It is this unshakeable devotion that coaxed me back to Indianapolis this past weekend to run the OneAmerica 500 Festival Mini-Marathon (colloquially, the Indy Mini) for the fourth time.  Sure, it would be easier to just run a local half-marathon but then I’d be missing out on America’s largest 13.1 mile race as well as the local flavor that comes out in droves to serenade runners as they make their way to, around, and back from the Indianapolis Motor Speedway.  There just isn’t a half-marathon in the country that has comparable fanfare with the Indy Mini.  And the best way to re-carb after a good day’s run?  Beer. 
After the race, I took a deservedly long shower, clothed myself (complete with Ranger IPA trucker cap), loaded in the car with my mom and Nic, and headed out to three breweries that were recommended to me by a local contact.  Regrettably, after my run, I was tired in both body and mind and thus did not have the energy to take meticulous tasting notes.  Please forgive the superficial nature of the following reports.
Our first destination was Sun King Brewing Co., a brewery that looks like a converted bowling alley.  It is one of those industrial-style breweries wherein the actual brewing operations take place in the same room as the tasting area.  They gave tours but it seemed unnecessary since all the equipment was in plain sight just thirty feet away.
When we walked through the door we received four tickets and two unattached beer can tops: four tickets for four tasters of the year-round brews and two can tops for two tasters of the seasonal offerings.  I think the tasters could have been twice as big and they’d still be a reasonable size for patron and business alike but it was nice to try everything that they had to offer without getting rip-roaring drunk.  It’s not as if Sun King is readily available in Denver so I was happy to drink my way through their whole line-up and still be sound-of-mind enough to enjoy the two upcoming breweries.

My thoughts on the tasters:

Osiris Pale Ale (5.6% ABV, 50 IBUs): Osiris has medium-level bitterness.  It falls somewhere in the top-middle in my personal hierarchy of best pale ales.  This is a great beer for warm—not hot—weather.
Wee Mac Scottish Ale (5.3% ABV, 23 IBUs): I oftentimes avoid Scottish ales because I enjoy highly-hopped, sparingly malted beers.  Scottish ales are the polar opposite.  Knowing my apprehension towards Scottish ales, I suppose it diminishes the honor a bit when I say Wee Mac is the third best of that particular style I’ve ever had after Great Divide’s Claymore and Odell’s 90 Shilling.  Like the annual Boston “R” Pronouncing Contest, there’ll inevitably be a winner but there isn’t much prestige in the victory because, c’mon, look at the competition.  Wee Mac’s not the best beer in the world but it is one of the best in its field.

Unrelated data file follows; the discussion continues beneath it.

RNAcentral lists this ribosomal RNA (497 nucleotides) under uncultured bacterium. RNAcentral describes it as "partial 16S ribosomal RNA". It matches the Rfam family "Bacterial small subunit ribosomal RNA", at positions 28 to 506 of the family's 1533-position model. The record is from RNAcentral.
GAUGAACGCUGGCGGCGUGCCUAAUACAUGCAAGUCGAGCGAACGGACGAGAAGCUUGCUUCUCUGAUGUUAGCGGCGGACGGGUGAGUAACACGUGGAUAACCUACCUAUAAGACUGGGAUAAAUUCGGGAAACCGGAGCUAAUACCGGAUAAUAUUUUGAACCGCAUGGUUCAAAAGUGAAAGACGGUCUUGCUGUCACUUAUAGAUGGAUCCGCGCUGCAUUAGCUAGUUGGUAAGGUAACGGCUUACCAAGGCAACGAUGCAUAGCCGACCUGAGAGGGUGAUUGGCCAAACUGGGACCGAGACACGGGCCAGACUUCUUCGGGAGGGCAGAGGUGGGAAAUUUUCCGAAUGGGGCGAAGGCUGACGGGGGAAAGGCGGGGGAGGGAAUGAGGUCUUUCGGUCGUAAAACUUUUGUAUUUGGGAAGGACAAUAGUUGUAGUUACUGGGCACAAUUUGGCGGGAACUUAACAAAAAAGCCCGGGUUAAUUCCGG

Sunlight Cream Ale (5.3% ABV, 20 IBUs): Like the name suggests, there is an evident creaminess to this beer.  It is a very light beer with a milk-like consistency that is great for summertime drinking.
Bitter Druid ESB (5.8% ABV, 43 IBUs): Of the four year-round beers, Bitter Druid has the biggest hop bite.  Although Osiris has a higher IBU level, it just didn’t taste as intense as Bitter Druid.  Though bitter, it does not overwhelm the palate and the drinker can enjoy this beer without much grimacing or shivering.
Inside Sun King
I also had two German-style seasonal ales (an alt and an amber) but, as I mentioned, my brain was on power save mode and I can’t remember any details about those two beers.  I do remember them being quite good, though. 
The next stop on the brewery tour was Thr3e Wise Men Brewing Company.  Unlike Sun King, Thr3e Wise Men is more polished; it has a formal bar and restaurant area and all brewing equipment is safely displayed behind glass.  Having opened on January 17, 2011, Thr3e Wise Men is also an exceptionally new brewery to hit the Indy beer scene. 
Thr3e Wise Men

Inside Thr3E Wise Men
Falconer's Flight
 I ordered the seasonal Falconer’s Flight Black IPA (8% ABV, 32 IBUs) which was very tasty with its mix of intense hops and roasted malts.  It doesn’t seem like the right season for this type of seasonal beer what with the dark malts but one mustn’t fall into the trap of being too persnickety about pairing beers with the time of year.  Falconer’s Flight may be a bit dark for May drinking but it’s still an appetizing brew regardless of the climate.  Besides that, the high hop character is spring-like so, really, Falconer’s Flight has qualities that are half winter orientated and half spring orientated.  
If Thr3e Wise Men is the new kid on the block then the Broad Ripple Brewpub is the grizzled veteran.  Broad Ripple Brewpub, having opened in 1990, is Indiana’s first brewpub and it is the oldest operating brewery in the state. 
We sat on the patio because the weather was remarkably pleasant for Indiana in May.  I ordered the E.S.B. Extra Special Bitter (5.6% ABV) and enjoyed the sweet yet bitter drink as the Midwestern sun warmed my cheeks and bicyclists meandered down the uncongested road.  This is a true neighborhood hangout.

A basketball hoop=sure sign you're in Indiana
Although I’ve spent 18 years of my life living in Indiana, I was almost completely unaccustomed to Hoosier beers until this past weekend (I was quite familiar with the defunct Warbird Brewing Company from Ft. Wayne but nothing beyond that).  There may be fewer breweries gracing the cornfields than there are the mountains but the breweries I visited in Indy still represent only a small percentage of all breweries in my home state.  Still, I feel as though I now have a basic understanding of what beer in Indiana is all about.  Indiana is not the beer hotspot that Colorado is—not by a long shot—but I wouldn’t be surprised if a national player rose from the ranks of Hoosier beer in ten years or so.  Three Floyds Brewing Co. in Munster is already a superstar in certain circles; which of its in-state brethren will join it at the top?